States extends help for firms struggling to cope with Covid
POLICY & RESOURCES has agreed that the payroll co-funding scheme will continue until the end of the year for those sectors it believes are hardest hit by the current travel restrictions.
Retail and hospitality will, however, lose Covid-19 support payments from the end of the summer.
There will be another reduction in those being supported once the island moves to the next phase of restrictions, which is expected to be within the three-month extension to States help.
‘Since moving into phase 5 and our Bailiwick bubble we have seen many businesses returning to a more secure level of activity, and consequently less have needed our help,’ said P&R vice president Lyndon Trott.
‘But there remain sectors who very much need our continued support and the Policy & Resources Committee has decided to continue with the more targeted approach we have taken in recent months, particularly those businesses impacted by the continued restrictions on travel.
‘We are of course keen to ensure that businesses continue to do everything possible to get back onto their feet as quickly as possible. Government-funded support cannot be provided long term so businesses must adapt to the new conditions – as I know many have or are doing – rather than assume financial support from the States will continue. This includes examining all avenues available to them, such as borrowing, to ensure the well-being of their business going forward.’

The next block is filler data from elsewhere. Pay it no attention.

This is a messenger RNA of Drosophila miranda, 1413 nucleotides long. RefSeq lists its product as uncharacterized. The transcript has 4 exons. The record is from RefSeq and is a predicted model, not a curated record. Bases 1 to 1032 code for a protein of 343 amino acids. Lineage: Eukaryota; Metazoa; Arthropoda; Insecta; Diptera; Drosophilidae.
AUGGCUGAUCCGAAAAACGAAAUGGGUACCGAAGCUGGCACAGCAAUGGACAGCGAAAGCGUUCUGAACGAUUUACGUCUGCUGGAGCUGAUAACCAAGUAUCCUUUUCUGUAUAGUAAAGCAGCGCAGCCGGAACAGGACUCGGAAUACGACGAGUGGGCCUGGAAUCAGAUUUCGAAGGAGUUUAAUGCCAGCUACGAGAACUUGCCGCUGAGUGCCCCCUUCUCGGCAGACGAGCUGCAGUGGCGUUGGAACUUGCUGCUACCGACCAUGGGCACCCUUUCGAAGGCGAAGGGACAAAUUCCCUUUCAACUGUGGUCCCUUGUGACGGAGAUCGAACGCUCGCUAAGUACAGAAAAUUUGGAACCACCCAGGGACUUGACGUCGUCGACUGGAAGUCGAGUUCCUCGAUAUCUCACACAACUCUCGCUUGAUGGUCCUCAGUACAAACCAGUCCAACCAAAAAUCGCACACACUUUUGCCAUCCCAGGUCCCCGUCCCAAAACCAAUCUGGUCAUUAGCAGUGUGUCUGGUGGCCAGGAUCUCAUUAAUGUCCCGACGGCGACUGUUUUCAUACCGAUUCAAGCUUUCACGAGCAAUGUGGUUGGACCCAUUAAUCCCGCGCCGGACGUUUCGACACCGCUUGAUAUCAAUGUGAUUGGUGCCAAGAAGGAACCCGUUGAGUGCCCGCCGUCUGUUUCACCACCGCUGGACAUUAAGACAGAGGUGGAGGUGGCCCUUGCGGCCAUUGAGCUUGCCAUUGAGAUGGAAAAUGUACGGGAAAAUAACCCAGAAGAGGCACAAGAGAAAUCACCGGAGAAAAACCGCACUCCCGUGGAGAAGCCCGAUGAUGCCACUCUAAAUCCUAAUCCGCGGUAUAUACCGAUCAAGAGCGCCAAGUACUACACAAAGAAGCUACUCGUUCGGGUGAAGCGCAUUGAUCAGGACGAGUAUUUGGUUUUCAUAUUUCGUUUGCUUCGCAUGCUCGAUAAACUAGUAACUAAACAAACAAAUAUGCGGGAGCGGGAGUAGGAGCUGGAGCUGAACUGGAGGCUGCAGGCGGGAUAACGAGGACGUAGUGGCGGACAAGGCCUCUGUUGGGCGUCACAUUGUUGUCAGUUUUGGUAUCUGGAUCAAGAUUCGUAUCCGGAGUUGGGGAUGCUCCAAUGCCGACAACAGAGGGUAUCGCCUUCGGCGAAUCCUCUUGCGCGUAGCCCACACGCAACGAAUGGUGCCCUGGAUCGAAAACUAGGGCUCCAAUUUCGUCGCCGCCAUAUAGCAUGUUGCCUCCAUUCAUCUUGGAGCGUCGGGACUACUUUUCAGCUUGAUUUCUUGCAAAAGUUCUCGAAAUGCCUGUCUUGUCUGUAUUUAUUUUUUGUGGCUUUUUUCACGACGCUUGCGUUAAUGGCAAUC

Businesses within the following sectors, which are more reliant on travel activity, are thought most likely to require support over this current 5b phase:
- Travel agents and tour operators
- Event companies such as those working in corporate events or weddings
- Taxi operators
- Sectors and businesses reliant on regular outbound travel
A separate scheme is being drawn up for the visitor accommodation sector.
Retail and hospitality sectors, excluding visitor accommodation providers, will no longer be eligible to claim under the payroll co-sharing scheme during this further extension period because Q4 traditionally signals the end of the core tourist season and therefore businesses in those sectors will be returning to a more normal trading condition. P&R said it was, however, recognised that the absence of a positive summer period may bring financial strain over the coming months.
‘Businesses are encouraged to look to other sources to provide required financial support, such as bank borrowing,’ P&R said.
Once the island moves into phase 5c, there will be an increase in outbound and inbound travel activity. This will result in some sectors and businesses being removed from ongoing support, such as taxi operators and those businesses reliant on outbound travel. A one-month grace period where payments will still be made will apply from 5c’s introduction to allow business to build.
Eligible businesses can apply for either 80 or 100% of the minimum wage for employees.